City of Lies

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Johnny Depp and Forest Whitaker in City of Lies.
Johnny Depp and Forest Whitaker in City of Lies.
Photo: M-Net


4/5 Stars


A disgraced detective, Russell Poole, and an investigative journalist, Jack Jackson, work together to try and close the case that Poole struggled to work on sixteen years prior thanks to major resistance from both senior politicians and the LAPD itself: the murders of the Notorious B.I.G and Tupac Shakur. Based on Randall Sullivan’s controversial non-fiction book on the subject, Labyrinth.


Prior to the film's release in the United States in August 2018, it was shelved indefinitely by the studio for undisclosed reasons. The reasons for pulling the film range from not wanting to be associated with Johnny Depp’s recent legal issues too, get this, pressure from the Los Angeles Police Department as it is implicated heavily by Russell Poole is not just covering up these notorious twin-murders but in being active participants in it.

Either way, the real-life drama behind the film is almost as wild as the story being told in the film – and that’s really saying something. As the title (both titles, really) suggests, City of Lies presents an ever-deepening conspiracy revolving around the LAPD, Californian politicians and the genuinely notorious “gangsta rap” label, Death Row Records. The film doesn’t ultimately point to a single individual definitely responsible for the murders (not a spoiler: both cases are still known as two of the great unsolved crimes of the past fifty years) but it does make a compelling argument for why the public murders of two extremely famous young men have never come remotely close to being solved.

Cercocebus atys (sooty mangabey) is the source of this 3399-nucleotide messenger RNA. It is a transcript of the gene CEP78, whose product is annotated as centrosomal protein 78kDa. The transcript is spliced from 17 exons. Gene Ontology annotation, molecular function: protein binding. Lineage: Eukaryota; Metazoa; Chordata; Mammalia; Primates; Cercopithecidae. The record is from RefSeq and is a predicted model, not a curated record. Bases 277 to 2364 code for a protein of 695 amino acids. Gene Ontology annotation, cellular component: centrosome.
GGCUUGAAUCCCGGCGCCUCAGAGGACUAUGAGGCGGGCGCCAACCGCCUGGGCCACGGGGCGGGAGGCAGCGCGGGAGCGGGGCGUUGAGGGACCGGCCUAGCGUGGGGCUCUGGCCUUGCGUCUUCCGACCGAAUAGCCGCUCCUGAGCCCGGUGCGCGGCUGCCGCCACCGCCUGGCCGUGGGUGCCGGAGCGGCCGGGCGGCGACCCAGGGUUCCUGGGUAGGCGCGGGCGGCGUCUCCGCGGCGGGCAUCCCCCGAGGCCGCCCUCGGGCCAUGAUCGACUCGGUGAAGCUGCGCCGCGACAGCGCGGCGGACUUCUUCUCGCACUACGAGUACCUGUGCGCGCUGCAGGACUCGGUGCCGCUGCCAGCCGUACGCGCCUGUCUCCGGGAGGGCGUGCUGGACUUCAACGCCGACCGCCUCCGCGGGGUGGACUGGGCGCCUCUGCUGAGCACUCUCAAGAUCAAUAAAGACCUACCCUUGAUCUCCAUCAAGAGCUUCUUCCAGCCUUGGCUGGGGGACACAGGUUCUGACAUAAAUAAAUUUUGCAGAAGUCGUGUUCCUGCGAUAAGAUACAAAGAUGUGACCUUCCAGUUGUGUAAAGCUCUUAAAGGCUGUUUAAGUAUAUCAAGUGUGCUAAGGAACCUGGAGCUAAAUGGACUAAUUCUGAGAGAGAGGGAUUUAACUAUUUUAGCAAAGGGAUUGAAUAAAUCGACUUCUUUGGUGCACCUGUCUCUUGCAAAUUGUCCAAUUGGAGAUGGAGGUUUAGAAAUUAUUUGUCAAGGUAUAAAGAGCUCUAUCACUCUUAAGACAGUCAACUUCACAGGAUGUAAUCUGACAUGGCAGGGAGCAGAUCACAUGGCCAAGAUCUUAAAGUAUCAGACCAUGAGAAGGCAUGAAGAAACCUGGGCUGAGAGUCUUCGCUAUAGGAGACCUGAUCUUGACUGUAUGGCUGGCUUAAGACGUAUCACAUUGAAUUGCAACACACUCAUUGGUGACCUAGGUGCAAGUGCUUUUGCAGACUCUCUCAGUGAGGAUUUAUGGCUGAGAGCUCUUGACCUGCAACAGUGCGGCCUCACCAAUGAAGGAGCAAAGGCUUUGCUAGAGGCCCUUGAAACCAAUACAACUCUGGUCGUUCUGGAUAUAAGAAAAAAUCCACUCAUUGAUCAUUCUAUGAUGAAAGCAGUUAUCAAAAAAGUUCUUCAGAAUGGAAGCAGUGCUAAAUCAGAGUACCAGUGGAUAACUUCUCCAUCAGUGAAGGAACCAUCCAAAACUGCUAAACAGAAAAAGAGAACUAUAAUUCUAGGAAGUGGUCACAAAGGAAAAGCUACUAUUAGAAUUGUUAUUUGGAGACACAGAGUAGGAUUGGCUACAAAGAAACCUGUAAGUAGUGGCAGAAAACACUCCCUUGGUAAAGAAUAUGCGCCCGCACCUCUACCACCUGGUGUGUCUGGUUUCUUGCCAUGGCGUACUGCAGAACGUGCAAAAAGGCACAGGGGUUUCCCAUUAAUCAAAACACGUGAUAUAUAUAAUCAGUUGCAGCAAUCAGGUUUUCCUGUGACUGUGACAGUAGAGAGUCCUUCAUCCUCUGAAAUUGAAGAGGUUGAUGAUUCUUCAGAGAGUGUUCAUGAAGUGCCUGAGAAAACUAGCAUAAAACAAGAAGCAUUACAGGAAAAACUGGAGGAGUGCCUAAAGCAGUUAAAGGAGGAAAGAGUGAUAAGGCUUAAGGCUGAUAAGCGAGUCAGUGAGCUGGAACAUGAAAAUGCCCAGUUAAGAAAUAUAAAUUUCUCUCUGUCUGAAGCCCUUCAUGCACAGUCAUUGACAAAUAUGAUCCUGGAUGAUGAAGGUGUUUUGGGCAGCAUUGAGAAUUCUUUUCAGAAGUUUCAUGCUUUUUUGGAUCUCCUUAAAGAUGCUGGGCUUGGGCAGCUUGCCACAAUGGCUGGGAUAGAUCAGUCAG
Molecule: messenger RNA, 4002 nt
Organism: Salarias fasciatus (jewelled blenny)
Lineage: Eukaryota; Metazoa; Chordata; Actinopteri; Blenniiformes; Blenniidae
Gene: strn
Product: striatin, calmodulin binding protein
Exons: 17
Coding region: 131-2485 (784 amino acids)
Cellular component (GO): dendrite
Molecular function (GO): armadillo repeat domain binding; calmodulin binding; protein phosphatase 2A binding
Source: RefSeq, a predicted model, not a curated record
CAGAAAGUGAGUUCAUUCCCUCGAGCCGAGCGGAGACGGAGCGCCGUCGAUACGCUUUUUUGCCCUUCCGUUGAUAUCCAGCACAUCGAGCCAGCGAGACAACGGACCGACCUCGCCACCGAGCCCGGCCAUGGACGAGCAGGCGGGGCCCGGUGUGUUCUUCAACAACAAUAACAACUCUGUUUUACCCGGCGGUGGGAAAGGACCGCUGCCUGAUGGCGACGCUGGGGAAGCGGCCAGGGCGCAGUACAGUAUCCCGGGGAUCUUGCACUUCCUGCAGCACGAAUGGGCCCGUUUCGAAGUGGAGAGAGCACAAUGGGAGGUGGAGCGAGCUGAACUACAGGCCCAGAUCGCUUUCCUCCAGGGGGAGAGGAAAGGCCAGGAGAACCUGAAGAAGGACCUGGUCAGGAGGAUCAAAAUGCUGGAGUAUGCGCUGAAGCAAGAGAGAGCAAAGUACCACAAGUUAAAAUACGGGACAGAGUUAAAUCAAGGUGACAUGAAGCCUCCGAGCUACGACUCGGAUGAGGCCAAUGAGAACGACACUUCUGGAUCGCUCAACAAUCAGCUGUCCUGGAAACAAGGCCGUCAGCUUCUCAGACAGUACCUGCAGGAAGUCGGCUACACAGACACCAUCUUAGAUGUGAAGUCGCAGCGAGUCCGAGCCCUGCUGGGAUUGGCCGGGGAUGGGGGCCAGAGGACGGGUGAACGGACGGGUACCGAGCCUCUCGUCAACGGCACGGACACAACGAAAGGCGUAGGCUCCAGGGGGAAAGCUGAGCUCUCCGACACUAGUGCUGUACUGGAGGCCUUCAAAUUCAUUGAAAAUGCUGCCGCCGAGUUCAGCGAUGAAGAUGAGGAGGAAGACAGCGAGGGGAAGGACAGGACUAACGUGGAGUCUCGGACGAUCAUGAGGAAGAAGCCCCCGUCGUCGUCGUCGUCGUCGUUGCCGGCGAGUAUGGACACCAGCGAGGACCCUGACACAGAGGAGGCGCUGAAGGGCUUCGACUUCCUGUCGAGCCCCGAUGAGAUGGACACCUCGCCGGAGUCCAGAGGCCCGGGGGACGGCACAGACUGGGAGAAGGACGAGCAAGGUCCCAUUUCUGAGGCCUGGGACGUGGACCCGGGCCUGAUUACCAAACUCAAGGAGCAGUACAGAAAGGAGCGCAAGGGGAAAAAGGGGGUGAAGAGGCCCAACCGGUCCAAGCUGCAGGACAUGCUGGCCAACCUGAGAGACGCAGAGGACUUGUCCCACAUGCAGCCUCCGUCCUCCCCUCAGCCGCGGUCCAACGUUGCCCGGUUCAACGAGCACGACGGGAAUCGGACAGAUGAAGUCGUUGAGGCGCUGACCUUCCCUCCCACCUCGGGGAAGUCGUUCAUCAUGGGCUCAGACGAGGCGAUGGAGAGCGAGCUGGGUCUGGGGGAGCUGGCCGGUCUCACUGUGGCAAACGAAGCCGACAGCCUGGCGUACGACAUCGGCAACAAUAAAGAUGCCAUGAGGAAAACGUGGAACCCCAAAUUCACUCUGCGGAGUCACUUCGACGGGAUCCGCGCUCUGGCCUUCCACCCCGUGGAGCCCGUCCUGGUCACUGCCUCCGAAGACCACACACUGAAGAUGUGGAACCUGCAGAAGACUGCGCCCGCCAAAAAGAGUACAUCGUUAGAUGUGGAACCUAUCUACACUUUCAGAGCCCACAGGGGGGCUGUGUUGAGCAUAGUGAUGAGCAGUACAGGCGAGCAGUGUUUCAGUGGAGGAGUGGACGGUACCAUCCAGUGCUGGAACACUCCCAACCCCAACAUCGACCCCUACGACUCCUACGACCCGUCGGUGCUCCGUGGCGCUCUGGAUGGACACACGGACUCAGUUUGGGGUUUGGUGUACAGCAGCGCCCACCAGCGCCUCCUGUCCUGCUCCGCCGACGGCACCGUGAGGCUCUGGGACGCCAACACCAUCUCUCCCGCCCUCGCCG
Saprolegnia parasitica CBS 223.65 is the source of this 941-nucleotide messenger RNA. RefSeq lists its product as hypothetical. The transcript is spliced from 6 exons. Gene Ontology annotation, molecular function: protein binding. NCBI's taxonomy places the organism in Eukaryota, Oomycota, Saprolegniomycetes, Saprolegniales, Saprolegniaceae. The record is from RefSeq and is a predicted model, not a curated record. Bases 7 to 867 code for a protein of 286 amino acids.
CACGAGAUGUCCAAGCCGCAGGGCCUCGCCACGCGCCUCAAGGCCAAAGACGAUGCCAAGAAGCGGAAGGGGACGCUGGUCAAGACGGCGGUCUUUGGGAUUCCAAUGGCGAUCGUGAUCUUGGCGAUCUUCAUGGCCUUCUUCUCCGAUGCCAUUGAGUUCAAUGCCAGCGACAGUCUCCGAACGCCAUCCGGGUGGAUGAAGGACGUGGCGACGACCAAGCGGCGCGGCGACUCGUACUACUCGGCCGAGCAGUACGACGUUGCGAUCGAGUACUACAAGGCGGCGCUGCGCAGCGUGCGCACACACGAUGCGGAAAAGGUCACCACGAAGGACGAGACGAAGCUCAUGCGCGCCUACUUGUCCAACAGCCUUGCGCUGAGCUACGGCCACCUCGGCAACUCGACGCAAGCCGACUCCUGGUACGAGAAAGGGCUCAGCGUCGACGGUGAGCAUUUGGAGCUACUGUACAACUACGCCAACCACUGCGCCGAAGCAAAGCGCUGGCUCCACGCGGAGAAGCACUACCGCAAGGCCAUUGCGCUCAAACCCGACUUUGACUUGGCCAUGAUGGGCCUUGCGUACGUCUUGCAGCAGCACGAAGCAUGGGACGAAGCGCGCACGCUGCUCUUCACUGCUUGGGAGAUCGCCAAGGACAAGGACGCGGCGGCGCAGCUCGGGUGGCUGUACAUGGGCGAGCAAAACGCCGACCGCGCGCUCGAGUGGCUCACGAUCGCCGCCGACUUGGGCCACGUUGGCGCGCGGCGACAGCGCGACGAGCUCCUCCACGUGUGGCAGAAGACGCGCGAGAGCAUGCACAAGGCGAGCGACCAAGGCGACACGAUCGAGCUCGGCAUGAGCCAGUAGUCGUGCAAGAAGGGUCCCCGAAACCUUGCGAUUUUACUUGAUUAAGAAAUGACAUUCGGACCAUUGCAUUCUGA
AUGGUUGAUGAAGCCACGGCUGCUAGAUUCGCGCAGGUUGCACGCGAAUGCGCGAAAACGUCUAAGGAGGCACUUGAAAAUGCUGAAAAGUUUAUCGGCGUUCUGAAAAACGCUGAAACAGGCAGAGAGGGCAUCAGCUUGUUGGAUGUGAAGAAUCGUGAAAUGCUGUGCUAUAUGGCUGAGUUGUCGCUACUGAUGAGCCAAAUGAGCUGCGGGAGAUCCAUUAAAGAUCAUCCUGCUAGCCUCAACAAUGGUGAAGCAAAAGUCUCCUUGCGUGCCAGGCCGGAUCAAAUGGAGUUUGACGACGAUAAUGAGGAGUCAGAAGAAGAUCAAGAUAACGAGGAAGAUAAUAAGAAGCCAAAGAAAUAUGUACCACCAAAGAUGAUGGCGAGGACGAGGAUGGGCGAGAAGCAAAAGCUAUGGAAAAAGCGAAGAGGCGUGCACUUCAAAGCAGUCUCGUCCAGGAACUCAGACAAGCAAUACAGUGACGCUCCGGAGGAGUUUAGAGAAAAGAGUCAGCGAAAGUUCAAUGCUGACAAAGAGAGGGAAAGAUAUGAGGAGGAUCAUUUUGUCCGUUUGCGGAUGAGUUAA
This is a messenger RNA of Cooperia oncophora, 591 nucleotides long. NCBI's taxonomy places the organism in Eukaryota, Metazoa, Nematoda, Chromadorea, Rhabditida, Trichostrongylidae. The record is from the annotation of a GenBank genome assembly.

As City of Lies does make clear, though, Poole was widely regarded by most who knew him as a total whackadoodle, peddling ludicrous conspiracy theories and effectively-being seen as by others in law enforcement as the real-life equivalent of Fox Mulder. All credit to director, Brad Furman (The Infiltrator, The Lincoln Lawyer) and actor-turned-screenwriter Christian Contreras, then, who clearly sympathise with Poole and make a persuasive case for his audacious claims but are fully aware of just how mad Poole’s story is, and do at least cast some doubt on its truthfulness. They’re clearly very much on his side but do at least allow for some doubt.

Unfortunately, though Furman and Contreras do a very good job of taking what was undoubtedly an (if you’ll pardon the pun) labyrinthine book and turning it into a super compelling and entertaining drama, they do falter somewhat in presumably following the book’s structure (I haven’t read it) and making the film just a bit too convoluted at times for its own good.

The film also has a shaky framing device in the first half built around having Depp’s Rusell Poole explaining his decades-long work to Forest Whitaker’s Jack Jackson. It’s a sensible way to get the audience up to speed, but it is rather clumsy, and the friendship between the two men doesn’t exactly develop all that organically. By roughly the midway point, though, the “present day” sections do become as compelling as the stuff happening in the past as the focus shifts from the case itself to Poole’s relentlessness in the face of a seemingly unstoppable force that is hellbent on burying the case and Poole along with it. Their friendship starts to come across as more authentic too as the film goes on and Jackson starts to become more than just a plot device.

City of Lies, for all of its problems, is absolutely worth seeing and certainly doesn’t deserve the ignoble fate that it, like its real-life protagonist, has received. It’s a fantastic story, compelling told with a beautiful sense of time and place (cinematographer, Monika Lenczewska, gives the film a suitably noirish hue). If that wasn’t enough of a reason to check it out, along with a brace of fine supporting performances, it also boasts the very best Johnny Depp performance since at least Black Mass in 2015. It took me a few minutes to realise that Depp wasn’t just doing his Johnny Depp thing but was actually turning in a much more controlled, layered performance. And when is the last time you could say that?



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